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August 26, 2016

New York City Department of Design and Construction Makes Improvements to Pedestrian Safety in the Bronx

Caribbean-born resident engineer manages construction of new sidewalk extensions to provide safe access to subway lines and bus stops

DDC Resident Engineer Erickson Prevost in front of a bus bump-out
DDC Resident Engineer Erickson Prevost in front of a bus bump-out, which connects the subway station to the bus stop without making pedestrians stand in the street.

Shavone Williams
Public Information Officer

Dan Leibel
Junior Public Information Officer

Bronx, NY—Ten new bus bump-outs, which are sidewalk extensions that connect stairways for the elevated trains to nearby bus stops, are set to be completed in The Bronx as part of a $7.4 million project that aims to provide New Yorkers with safe routes to transit. The project is funded by the Federal Transit Administration and is being managed by the New York City Department of Design and Construction (DDC) in partnership with the New York City Department of Transportation. It is scheduled to finish in the fall of 2016.

“DDC is committed to improving pedestrian safety in the Bronx through the installation of new bump-outs that allow pedestrians to travel from the businesses to subways to bus stops without having to travel in the street,” said DDC Commissioner Feniosky Peña-Mora. “We are proud of this project and support Mayor de Blasio’s Vision Zero initiative citywide.”

The seven-inch reinforced concrete bump-outs will provide pedestrians safe access to New York City and Westchester County bus lines with connection to the 2, 4, 5 and 6 subway routes. Work is being completed along elevated subway stops on Jerome Avenue, White Plains Road and Westchester Avenue.

Mayor de Blasio’s Vision Zero initiative, which was rolled out in 2014, aims to reduce traffic crashes between automobiles and pedestrians. Approximately, 4,000 New Yorkers are seriously injured each year from colliding with automobiles. Additionally, being struck by a vehicle is the leading cause of injury-related deaths for children under the age of 14, and the second leading cause for seniors. On average, vehicles seriously injure or kill a New Yorker every two hours, according to the Mayor’s Vision Zero website.

The scope of the project includes the relocation of 2,825 feet of water mains, along with 20 catch basins that will prevent ponding in the area. In addition, 2,975 feet of steel faced curb will be constructed in conjunction with 62,000 square feet of new reinforced concrete sidewalks. Once the sidewalk extensions are completed, 5,430 square feet of roadway will be reconstructed. Other construction operations include; new pedestrian’s crosswalks at intersections, new street lighting and the installation of 13 new fire hydrants.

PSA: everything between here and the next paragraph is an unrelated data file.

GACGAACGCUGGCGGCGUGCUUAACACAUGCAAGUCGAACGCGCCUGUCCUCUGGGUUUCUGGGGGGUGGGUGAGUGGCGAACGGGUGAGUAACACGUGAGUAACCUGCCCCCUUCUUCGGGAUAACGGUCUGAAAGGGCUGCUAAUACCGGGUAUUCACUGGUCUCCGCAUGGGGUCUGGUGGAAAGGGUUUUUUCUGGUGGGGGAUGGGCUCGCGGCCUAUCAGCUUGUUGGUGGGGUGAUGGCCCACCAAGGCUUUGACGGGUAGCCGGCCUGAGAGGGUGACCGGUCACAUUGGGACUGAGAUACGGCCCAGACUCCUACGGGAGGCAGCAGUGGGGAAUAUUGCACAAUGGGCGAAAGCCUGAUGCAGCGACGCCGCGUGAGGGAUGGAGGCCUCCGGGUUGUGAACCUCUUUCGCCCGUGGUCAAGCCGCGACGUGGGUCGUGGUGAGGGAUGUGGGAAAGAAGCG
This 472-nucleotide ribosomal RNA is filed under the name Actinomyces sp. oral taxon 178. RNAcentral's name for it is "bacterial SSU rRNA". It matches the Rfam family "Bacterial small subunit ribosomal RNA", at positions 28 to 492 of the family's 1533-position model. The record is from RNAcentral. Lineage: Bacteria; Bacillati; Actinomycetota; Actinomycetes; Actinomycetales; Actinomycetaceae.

“It’s nice to be able to be able to contribute to the borough I live in,” said DDC Resident Engineer Erickson Prevost, who has lived in the Bronx since 1986. “I shop here, I live here, and I raise my kids here and it’s nice to be contributing to the safety of them and my neighbors.”

Prevost first came to the United States as a teenager from the Caribbean island of Dominica (not to be confused with the Dominican Republic) - an island roughly the size of The Bronx with a population of 72,000. He currently lives with his wife and children in the Castle Hill neighborhood of The Bronx. He began working with DDC’s Bronx Infrastructure Unit in 1999 after graduating from the City College of New York in 1998 with a degree in Civil Engineering.

Mr. Prevost is proud when he speaks about his family. He attributes them as inspiration for making the Bronx a better place to live and work through the infrastructure improvement projects that he manages.

“I’ve seen the whole place transform,” Mr. Prevost said of the borough. “It’s definitely looking more 21st-century and that’s going to make a positive impact on the people here.”

About the NYC Department of Design and Construction
The Department of Design and Construction is the City’s primary capital construction project manager. In supporting Mayor de Blasio’s lenses of growth, sustainability, resiliency, equity and healthy living, DDC provides communities with new or renovated public buildings such as such as firehouses, libraries, police precincts, new or upgraded roadways, sewers, water mains in all five boroughs. To manage this $15 billion portfolio, DDC partners with other City agencies, architects and consultants, whose experience bring efficient, innovative, and environmentally-conscious design and construction strategies to city projects. For more information, please visit